The National Parliament House is a strikingly perfect blend of the old and the new combined with modern architecture and ancient designs. Many claim that the building was built in accordance to the style of Maprik Haus Tambaran or the House of Spirits.
The Parliament House is far more than just a building: it is not even just a parliament. For the country of Papua New Guinea, it is a symbol of political independence with its impressive sweeping lines that signify the essential aspects and parts of the nation.
On September 16, 1975, the entire Papua New Guinea nation came together in joyous celebrations as the country became a sovereign state. Unfortunately, there were a substantial number of citizens that did not want independence from Australia. With nation-building in mind, the new government’s primary concern was to convince all citizens to support the newfound democracy and to feel pride with its new national culture and history.
In order to raise national consciousness, the state initiated civic education and cultural revitalization plans by the creation of “key symbols”. These symbols will render the process of a national unity as well as let such symbolic frameworks represent the social reality. Although the country’s national flag and summit remains the most familiar and emotionally drawn emblems for the people of Papua New Guinea, the state established an ambitious building program in its national capital. The aim of such development programs is to give a drastic embodiment to the legitimacy and ideals of the nation. The centerpiece of this political and aesthetic move is then the National Parliament House.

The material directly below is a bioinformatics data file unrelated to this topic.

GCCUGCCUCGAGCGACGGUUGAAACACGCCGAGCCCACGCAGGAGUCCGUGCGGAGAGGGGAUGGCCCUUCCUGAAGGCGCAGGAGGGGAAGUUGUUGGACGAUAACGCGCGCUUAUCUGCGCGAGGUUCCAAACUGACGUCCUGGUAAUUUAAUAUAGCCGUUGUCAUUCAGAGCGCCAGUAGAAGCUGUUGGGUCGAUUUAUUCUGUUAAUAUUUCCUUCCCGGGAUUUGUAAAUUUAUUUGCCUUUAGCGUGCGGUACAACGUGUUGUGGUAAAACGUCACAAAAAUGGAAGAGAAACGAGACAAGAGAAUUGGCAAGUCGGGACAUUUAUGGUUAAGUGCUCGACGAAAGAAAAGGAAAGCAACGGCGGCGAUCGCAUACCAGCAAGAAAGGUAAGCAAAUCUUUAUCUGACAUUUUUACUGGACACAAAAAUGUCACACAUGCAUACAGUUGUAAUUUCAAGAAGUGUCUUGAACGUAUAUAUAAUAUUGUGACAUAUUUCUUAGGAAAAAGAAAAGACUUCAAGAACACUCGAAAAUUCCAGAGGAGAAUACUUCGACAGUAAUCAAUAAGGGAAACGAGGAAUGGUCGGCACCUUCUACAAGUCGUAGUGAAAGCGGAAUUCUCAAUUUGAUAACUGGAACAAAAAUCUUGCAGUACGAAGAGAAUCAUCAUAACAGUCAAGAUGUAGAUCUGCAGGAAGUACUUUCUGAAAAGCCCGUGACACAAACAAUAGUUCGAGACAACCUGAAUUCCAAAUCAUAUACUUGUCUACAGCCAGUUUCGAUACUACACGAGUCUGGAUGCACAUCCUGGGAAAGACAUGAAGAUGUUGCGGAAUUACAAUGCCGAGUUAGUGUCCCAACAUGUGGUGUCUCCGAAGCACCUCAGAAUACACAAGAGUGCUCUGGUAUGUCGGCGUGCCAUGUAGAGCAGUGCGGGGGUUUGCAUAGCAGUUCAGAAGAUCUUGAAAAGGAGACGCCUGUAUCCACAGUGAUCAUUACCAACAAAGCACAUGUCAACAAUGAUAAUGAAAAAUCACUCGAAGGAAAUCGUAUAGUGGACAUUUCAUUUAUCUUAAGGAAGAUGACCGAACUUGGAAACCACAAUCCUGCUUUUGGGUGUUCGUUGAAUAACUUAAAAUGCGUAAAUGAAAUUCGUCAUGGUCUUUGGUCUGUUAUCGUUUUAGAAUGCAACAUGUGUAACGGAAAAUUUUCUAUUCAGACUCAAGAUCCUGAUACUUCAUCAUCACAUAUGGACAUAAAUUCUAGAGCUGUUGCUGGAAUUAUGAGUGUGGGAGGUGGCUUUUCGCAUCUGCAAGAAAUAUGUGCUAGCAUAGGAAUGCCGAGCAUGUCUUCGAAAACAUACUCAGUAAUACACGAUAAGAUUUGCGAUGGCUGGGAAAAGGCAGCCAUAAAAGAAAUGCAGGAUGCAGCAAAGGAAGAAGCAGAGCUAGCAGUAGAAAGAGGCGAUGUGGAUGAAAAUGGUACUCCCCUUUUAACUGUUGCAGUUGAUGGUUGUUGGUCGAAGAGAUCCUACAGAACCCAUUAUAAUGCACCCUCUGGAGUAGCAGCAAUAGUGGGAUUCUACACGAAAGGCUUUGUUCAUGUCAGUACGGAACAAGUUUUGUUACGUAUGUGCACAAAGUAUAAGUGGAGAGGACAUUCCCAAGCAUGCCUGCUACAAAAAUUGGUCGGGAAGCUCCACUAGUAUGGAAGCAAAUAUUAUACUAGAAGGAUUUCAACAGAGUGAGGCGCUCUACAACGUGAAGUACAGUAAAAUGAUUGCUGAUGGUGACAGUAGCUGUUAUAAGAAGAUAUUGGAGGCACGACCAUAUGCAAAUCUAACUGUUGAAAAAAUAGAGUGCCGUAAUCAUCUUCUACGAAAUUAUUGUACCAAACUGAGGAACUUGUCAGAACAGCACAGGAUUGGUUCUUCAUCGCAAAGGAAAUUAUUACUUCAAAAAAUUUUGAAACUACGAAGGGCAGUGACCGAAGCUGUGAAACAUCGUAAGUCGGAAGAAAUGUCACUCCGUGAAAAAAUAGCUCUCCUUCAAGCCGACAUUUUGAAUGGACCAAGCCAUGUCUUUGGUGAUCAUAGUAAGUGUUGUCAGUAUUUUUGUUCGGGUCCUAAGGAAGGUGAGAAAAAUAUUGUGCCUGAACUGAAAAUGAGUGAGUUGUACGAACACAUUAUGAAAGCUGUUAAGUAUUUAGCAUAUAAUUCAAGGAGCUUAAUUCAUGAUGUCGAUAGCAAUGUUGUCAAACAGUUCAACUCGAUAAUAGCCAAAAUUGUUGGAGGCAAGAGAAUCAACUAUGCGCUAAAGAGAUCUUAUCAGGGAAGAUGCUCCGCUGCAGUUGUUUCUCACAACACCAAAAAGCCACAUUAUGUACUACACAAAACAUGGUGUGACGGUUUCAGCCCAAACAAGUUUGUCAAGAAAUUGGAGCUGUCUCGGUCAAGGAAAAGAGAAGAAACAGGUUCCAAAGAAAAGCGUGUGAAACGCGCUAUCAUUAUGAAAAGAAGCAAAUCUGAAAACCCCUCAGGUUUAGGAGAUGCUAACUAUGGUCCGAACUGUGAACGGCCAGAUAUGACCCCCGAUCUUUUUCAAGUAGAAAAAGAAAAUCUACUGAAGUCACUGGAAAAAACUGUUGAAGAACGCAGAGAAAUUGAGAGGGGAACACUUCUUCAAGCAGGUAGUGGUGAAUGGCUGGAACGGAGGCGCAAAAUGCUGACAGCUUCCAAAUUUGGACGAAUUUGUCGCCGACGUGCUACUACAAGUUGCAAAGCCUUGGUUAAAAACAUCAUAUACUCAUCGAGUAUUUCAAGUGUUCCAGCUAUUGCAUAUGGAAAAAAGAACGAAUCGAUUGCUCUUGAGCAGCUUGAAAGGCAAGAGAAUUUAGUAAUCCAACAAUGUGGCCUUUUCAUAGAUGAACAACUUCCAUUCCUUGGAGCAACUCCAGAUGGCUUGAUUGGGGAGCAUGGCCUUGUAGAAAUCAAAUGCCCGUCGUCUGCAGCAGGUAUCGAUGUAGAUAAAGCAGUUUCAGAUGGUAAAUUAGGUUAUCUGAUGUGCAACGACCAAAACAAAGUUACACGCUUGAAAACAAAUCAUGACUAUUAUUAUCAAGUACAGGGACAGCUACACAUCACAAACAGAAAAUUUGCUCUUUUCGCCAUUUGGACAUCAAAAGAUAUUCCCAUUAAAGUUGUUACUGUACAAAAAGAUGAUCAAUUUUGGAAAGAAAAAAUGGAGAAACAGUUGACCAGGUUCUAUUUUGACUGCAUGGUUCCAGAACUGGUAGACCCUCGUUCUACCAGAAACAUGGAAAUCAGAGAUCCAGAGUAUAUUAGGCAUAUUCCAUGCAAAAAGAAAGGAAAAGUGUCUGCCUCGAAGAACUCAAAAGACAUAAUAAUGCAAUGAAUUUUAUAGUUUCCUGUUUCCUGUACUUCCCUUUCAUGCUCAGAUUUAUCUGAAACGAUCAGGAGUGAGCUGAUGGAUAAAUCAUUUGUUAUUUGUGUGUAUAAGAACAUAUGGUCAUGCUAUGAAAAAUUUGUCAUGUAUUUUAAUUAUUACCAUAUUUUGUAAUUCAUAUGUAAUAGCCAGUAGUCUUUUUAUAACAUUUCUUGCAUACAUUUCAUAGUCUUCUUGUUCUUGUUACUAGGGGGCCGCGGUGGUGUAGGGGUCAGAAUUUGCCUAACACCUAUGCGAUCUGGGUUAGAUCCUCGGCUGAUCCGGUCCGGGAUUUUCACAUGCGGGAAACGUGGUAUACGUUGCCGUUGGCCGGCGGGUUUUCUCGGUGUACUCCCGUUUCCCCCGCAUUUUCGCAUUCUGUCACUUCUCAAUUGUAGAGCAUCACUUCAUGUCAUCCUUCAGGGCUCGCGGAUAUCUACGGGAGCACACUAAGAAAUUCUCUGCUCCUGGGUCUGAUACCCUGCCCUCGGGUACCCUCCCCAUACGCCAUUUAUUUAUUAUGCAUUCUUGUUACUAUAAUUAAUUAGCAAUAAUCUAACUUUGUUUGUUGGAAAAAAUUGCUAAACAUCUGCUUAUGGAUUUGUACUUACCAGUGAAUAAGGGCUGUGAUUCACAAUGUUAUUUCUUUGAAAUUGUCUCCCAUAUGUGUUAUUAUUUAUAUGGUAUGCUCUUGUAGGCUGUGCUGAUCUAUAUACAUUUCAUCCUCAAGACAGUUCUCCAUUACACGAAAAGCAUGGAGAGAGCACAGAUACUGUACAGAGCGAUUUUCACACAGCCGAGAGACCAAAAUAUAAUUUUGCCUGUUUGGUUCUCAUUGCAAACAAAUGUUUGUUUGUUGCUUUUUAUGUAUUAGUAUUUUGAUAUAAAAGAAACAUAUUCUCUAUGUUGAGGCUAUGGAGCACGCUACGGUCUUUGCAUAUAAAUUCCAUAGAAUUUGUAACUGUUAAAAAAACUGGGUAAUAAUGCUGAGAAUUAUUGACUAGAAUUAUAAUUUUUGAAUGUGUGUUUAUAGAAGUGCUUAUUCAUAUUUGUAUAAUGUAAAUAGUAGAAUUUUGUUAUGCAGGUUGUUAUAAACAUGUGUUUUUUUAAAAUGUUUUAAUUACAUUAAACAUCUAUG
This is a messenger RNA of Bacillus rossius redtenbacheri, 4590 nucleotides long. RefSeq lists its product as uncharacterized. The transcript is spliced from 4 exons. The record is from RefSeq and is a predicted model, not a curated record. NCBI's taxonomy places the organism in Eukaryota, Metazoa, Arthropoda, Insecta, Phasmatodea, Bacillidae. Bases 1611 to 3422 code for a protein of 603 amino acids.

Despite such ambitious plans, nothing was executed until March of 1975. The independence of Papua New Guinea was already scheduled for September so Chief Minister Somare hurriedly urged his cabinet to push through with the project. They then decided to locate the Parliament House in Waigani, Port Moresby, which was a growing administrative center. The site is located below the Independence Hill and was officially marked by Prince Charles of England himself on the country’s Independence Day. Unfortunately, the building did not open until October of 1984.
Aside from the Parliament building, new government buildings were also constructed in Waigini to house the different government departments. Sadly, many of these government buildings have been left in abandon due to years of neglect. Some of these buildings include the Marea Haus or the Pineapple Building and the Central Government Office. More so, neighboring buildings such as the Morauta Haus and the Vulupindi Haus are starting to show signs of decay due to a lack of maintenance.
Along with such widespread deterioration, the Parliament Building is in desperate need of a major renovation as well. In 2009, Prime Minster Sir Michael Somare himself almost got injured when the chair he was sitting on suddenly collapsed under his weight. This then warned the Parliament that the house could face a shutdown if the government cannot find the money to fix up the building.
With such a commendable history on the buildings’ initiation, it would be an extreme waste to see a major landmark in the country left to deteriorate in the coming years. Hopefully, the National Parliament House will be able to restore its once-known symbolic glory.